Neuropsych internship questions

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sike

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Hi all -- long time reader, first time poster here.

I am planning on applying to neuropsych (NP) track internships in the fall and would love to hear your thoughts on the following:

1. I know there is widely varying advice on the number of sites to apply to, but given that there is typically only one NP intern per site (e.g., at VA's), doesn't it make sense to generally increase the number of sites one applies to if going the NP route? I am thinking that I need to apply to 20-25 sites for safety, particularly since I'm coming from a non-NP program (I've pieced together most of the coursework suggested in the Houston guidelines) and will have only 1.5 years of NP practicum experience by the time I apply for internship. Do people agree with my reasoning about the need to increase number of sites, or is this not warranted?

2. How many neuropsych assessment hours are expected for applicants? As I mentioned, I will have 1.5 years of NP practicum experience, which I'm assuming is less than most NP applicants. I haven't added up the number of hours yet, but I'm fairly certain that I'm not going to meet the 400 median NP assessment hours (direct contact) that was reported as desired by Training Directors for NP tracks in the Ritchie et al (2012) article (Selection Criteria for Internships in Clinical Neuropsychology). I guess I'm having trouble digesting that figure -- 400 hours of just NP assessment seems rather high, and there was quite a great deal of variability in the sample (e.g., mean expected hours = 575; SD = 506??!). I do have plenty of other assessment hours, and it is entirely possible that my overall assessment hours will total 400 (I definitely need to finish logging those hours...).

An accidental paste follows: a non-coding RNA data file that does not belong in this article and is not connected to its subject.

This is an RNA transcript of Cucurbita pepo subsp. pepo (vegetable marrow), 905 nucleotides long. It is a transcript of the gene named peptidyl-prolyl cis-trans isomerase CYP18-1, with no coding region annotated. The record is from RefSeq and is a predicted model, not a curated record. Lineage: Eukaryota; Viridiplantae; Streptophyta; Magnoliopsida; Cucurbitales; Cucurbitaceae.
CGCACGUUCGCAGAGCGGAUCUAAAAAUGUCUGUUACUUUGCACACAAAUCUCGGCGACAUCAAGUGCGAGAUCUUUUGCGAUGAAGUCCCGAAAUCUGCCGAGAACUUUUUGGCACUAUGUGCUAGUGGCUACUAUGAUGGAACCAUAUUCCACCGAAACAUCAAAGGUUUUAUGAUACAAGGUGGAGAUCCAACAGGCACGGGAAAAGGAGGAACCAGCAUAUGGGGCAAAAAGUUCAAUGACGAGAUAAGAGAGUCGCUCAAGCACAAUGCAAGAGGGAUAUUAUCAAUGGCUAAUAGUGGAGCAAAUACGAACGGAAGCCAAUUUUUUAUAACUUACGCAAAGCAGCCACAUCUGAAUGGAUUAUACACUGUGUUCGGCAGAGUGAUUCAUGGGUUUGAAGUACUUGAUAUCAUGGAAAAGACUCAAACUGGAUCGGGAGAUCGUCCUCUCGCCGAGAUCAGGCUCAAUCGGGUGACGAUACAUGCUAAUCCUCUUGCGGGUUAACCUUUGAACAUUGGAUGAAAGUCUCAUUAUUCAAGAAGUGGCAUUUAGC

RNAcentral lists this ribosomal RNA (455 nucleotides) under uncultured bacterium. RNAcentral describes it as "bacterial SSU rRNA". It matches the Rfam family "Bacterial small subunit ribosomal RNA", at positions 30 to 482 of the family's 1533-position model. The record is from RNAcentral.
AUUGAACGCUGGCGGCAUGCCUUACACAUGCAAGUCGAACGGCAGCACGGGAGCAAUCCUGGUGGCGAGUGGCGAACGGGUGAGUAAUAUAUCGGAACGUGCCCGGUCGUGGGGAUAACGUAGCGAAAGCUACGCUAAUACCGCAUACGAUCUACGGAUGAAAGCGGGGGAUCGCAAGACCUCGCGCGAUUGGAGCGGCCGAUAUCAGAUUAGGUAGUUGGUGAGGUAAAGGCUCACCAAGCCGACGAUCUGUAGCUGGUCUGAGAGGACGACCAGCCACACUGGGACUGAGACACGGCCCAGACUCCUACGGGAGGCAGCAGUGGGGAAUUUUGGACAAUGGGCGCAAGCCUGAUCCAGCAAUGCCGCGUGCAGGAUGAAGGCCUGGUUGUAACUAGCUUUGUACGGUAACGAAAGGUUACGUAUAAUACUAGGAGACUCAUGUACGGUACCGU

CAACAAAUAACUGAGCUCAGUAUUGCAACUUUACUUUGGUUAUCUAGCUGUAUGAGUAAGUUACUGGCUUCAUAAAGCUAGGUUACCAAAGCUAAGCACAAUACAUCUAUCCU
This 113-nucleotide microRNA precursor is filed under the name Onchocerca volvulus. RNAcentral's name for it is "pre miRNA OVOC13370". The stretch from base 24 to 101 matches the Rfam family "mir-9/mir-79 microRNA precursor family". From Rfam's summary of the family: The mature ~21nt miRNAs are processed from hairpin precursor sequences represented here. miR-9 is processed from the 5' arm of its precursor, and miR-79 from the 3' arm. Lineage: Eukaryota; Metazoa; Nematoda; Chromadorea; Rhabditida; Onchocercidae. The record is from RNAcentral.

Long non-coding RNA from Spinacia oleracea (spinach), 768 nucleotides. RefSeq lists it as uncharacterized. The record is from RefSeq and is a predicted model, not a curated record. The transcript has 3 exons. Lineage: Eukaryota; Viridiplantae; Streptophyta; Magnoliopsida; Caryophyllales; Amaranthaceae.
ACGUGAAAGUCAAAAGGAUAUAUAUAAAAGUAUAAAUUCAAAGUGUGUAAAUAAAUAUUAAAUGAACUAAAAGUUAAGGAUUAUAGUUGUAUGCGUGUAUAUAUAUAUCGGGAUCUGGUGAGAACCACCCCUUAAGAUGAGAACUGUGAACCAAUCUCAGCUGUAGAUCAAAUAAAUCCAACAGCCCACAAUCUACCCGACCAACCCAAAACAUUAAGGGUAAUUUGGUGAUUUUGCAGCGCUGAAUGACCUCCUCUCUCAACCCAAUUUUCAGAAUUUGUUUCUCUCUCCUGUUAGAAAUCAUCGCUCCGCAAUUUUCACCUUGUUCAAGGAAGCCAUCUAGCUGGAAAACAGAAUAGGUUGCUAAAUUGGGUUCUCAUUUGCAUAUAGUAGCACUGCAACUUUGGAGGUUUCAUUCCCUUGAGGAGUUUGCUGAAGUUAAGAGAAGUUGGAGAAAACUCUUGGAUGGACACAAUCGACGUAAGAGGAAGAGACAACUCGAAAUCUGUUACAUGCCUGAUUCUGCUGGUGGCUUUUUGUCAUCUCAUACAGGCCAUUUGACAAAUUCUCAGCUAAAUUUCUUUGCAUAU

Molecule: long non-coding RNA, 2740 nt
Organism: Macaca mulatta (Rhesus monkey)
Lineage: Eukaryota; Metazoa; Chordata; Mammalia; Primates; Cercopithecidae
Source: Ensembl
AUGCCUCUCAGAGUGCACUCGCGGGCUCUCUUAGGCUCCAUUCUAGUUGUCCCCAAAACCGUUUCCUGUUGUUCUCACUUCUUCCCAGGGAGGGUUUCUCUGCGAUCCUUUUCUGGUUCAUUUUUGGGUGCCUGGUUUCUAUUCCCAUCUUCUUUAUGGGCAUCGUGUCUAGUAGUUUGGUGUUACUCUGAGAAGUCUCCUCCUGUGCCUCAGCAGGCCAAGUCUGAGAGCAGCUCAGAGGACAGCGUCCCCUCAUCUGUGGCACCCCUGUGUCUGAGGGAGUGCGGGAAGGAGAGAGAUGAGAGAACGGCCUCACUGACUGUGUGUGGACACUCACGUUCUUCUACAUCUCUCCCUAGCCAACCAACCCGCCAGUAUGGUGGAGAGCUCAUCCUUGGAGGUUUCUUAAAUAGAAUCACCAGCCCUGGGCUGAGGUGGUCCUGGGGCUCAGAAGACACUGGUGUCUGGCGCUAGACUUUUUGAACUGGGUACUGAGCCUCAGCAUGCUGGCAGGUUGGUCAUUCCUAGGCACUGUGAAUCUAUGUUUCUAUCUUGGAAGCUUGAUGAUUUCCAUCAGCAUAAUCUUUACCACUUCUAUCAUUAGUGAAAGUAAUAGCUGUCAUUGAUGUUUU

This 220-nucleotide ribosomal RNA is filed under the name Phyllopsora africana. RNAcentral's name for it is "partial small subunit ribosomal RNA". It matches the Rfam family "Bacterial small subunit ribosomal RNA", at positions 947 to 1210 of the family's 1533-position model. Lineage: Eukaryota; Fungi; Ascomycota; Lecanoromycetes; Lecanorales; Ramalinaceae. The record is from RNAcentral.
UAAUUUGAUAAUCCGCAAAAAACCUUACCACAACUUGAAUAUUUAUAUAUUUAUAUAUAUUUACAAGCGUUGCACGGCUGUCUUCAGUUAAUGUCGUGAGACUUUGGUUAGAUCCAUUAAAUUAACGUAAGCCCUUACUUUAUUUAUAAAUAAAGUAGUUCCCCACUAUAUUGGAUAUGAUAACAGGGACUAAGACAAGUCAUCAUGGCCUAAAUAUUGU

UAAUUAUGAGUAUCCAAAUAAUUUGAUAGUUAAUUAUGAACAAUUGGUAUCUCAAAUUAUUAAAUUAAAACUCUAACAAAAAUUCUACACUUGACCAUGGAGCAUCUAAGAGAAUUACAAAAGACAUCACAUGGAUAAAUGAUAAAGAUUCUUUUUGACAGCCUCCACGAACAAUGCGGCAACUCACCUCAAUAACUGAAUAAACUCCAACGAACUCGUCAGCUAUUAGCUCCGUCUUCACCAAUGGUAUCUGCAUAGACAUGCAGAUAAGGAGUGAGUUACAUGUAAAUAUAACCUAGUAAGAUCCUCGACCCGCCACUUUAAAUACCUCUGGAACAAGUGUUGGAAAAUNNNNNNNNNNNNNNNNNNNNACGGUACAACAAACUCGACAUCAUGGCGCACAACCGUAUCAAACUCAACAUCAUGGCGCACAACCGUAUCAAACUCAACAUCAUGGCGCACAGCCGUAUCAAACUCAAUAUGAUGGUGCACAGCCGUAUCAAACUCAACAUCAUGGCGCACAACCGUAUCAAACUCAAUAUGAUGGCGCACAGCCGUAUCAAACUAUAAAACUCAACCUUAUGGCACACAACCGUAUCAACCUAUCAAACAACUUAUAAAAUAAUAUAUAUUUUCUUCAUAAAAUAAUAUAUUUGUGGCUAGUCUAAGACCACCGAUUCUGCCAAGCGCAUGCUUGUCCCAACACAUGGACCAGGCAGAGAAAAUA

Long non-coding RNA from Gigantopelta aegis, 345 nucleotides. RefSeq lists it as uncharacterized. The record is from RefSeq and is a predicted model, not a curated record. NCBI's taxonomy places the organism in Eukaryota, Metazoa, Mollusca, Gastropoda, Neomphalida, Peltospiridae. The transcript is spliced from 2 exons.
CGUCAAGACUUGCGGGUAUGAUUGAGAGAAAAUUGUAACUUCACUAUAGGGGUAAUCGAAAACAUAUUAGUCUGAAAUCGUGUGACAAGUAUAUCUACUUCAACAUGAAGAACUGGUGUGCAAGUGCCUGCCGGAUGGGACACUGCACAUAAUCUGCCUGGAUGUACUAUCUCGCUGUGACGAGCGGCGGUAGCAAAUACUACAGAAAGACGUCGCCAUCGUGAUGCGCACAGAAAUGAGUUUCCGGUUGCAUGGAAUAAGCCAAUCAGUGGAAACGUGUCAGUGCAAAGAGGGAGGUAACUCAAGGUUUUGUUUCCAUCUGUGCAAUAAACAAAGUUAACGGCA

Thanks for your help!

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Hi all -- long time reader, first time poster here.

I am planning on applying to neuropsych (NP) track internships in the fall and would love to hear your thoughts on the following:

1. I know there is widely varying advice on the number of sites to apply to, but given that there is typically only one NP intern per site (e.g., at VA's), doesn't it make sense to generally increase the number of sites one applies to if going the NP route? I am thinking that I need to apply to 20-25 sites for safety, particularly since I'm coming from a non-NP program (I've pieced together most of the coursework suggested in the Houston guidelines) and will have only 1.5 years of NP practicum experience by the time I apply for internship. Do people agree with my reasoning about the need to increase number of sites, or is this not warranted?